This is the second installment of our Ask the Designer blog by renowned book cover/graphic designer Julie Metz. You can read more about Julie and why we at SparkPress think that this blog is so relevant in Julie’s first post, Julie Metz on the 7 Successful Elements of a Book Cover, and again in her second installment, Last Minute Touches That Made 4 Book Covers Stand Out. But as a recap, Metz has more than 25 years in the graphic design and publishing industry, worked with everyone from Random House to HarperCollins, and one of her designs became the cover for The Poisonwood Bible by Barbara Kingsolver, which was selected for Oprah’s Book Club and a finalist for the Pulitzer.
She’s worked with SparkPress since 2012, and over the course of designing dozens of successful fiction, non-fiction and YA book covers, we realized something: Authors need to have a better understanding of not only the book design process, but the industry-driven perspective that goes into it.
Below, Julie uses 3 SparkPress covers as examples to show how you can channel that particularly edgy theme and complex storyline that you’re trying to get across…
Have you written a literary novel that deals with unusually edgy subject matter? It’s an author’s challenge to come up with the story and themes and write a complex story; it’s our job as designers to find a way to present this material to potential readers in a way that will engage viewers and invite them to buy your book. In this post we’ll take a look at two backlist titles and one current novel where the offbeat, sometimes dark content led the way to successful covers. The trick is to find the light in that darkness.
The first thing to remember in designing covers for literary novels, and for that matter any other book of fiction, is that no matter how complex the story and themes the cover can’t and shouldn’t tell the whole story. What the cover needs to do—especially now when buyers are often looking at a postage stamp sized image on a website—is to communicate the essence of the emotional world the book’s characters live in, an authentic and unique sense of place and personality. We can do this with images that will resonate—of a single character or characters, an evocative setting, an object. Sometimes we can suggest this without any image by making startling use of color and typography. Sometimes we will use aspects of all these elements. I spend a lot of my designing time searching for images. Even when I have some fantasy image in my mind, I try to push that aside to make room for something I never expected to find which might be a million times more exciting and fresh. As I’ve mentioned in previous posts, the best results come together in some combination of kismet and effort.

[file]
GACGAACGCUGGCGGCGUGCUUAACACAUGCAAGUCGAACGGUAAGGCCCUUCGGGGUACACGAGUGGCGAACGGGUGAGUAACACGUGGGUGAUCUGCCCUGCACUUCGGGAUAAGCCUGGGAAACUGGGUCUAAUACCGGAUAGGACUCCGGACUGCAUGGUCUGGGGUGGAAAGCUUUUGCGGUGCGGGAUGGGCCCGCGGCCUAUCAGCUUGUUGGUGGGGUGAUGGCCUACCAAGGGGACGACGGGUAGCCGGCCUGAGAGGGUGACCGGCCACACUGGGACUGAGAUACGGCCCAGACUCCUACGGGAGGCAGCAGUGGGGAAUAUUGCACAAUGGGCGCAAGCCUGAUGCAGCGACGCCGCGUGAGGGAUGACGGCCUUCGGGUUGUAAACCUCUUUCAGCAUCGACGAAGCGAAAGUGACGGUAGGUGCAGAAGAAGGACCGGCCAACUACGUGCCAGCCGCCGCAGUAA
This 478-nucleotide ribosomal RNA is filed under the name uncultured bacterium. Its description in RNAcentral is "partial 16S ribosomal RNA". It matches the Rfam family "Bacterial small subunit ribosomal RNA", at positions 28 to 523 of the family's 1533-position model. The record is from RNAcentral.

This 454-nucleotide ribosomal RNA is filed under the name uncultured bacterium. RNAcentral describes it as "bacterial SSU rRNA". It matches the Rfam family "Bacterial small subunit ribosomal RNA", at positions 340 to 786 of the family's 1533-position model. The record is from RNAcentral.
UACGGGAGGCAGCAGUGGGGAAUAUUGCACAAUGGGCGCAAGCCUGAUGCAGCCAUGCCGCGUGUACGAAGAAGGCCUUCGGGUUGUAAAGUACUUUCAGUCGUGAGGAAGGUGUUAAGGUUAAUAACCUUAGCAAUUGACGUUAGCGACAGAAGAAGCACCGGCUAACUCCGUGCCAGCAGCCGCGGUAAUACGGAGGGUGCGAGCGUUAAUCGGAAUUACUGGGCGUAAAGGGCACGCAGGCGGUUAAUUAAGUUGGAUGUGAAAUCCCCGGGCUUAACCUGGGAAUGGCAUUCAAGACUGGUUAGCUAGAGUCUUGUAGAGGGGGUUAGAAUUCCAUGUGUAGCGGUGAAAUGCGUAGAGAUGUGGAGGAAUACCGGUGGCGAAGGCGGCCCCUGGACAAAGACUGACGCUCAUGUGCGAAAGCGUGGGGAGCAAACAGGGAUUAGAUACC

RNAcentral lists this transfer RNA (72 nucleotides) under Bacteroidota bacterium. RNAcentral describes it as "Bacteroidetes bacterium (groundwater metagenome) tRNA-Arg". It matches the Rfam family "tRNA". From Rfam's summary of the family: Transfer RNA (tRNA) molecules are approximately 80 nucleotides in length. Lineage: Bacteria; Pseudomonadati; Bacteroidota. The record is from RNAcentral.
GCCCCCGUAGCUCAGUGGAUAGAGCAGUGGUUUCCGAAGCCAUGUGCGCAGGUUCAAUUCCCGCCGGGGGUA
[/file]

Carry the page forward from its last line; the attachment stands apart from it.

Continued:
Bear Witness by Melissa Clark
Bear Witness is a YA novel that deals with a rough subject. A young woman named Paige, who as a child witnessed the abduction of her best friend, is trying to make her way into adulthood. In considering the cover, I tried to imagine what it would be like to be this young woman who lives with such terrifying memories. As a mother I know that it’s tough enough to be an adolescent without the burden of such a traumatic event.
I imagined that Paige might live with a fear that she can never feel perfectly safe. I came across this image of a young woman peering through the blinds of a window. There was something about her intense expression and the texture of grit and blur on the glass that felt right, suggesting her dark past but also a hopeful glimpse into a different kind of future. We opted for a restrained type treatment and just a pop of color to highlight the title.
Ways of Leaving, by Grant Jarrett
Ways of Leaving is a terrific novel by Grant Jarrett. His main character is a man living through rough times who decides to return to his rural Pennsylvania hometown. Misadventures with family and love interests ensue, but throughout these pages there is just the right touch of absurdity and humor. The last pages were truly inspiring and I won’t spoil those for you by telling you any more here! I knew I wanted to find an image that would capture the dark hilarity of Jarrett’s narrative voice.
We considered a number of images but we settled on this one of a woman in a field semi-nude, her clothing strewn about. It seemed to capture some of the narrator’s fantasy life and his own pathetic situation as well. The bright colors of the image stand in contrast to his pessimism. There’s a story there…we as viewers want to know more. And for those of you who love a good short story, Grant has a new anthology out this month called The House That Made Me… for which I wrote an essay.
Tracing the Bones, by Elise Miller
Tracing the Bones is a seriously quirky novel, a suburban satire with a dark edge, following the story of Eve a woman whose marriage unravels with surprising results. I designed Elise Miller’s previous novel
I loved the idea of incorporating my own handlettering as part of the cover, in a style that suggests the humor, against a black background. This is a design where the negative space adds a lot of drama. The deer staring out at us suggests a scene in the book…but I won’t spoil the fun for you here!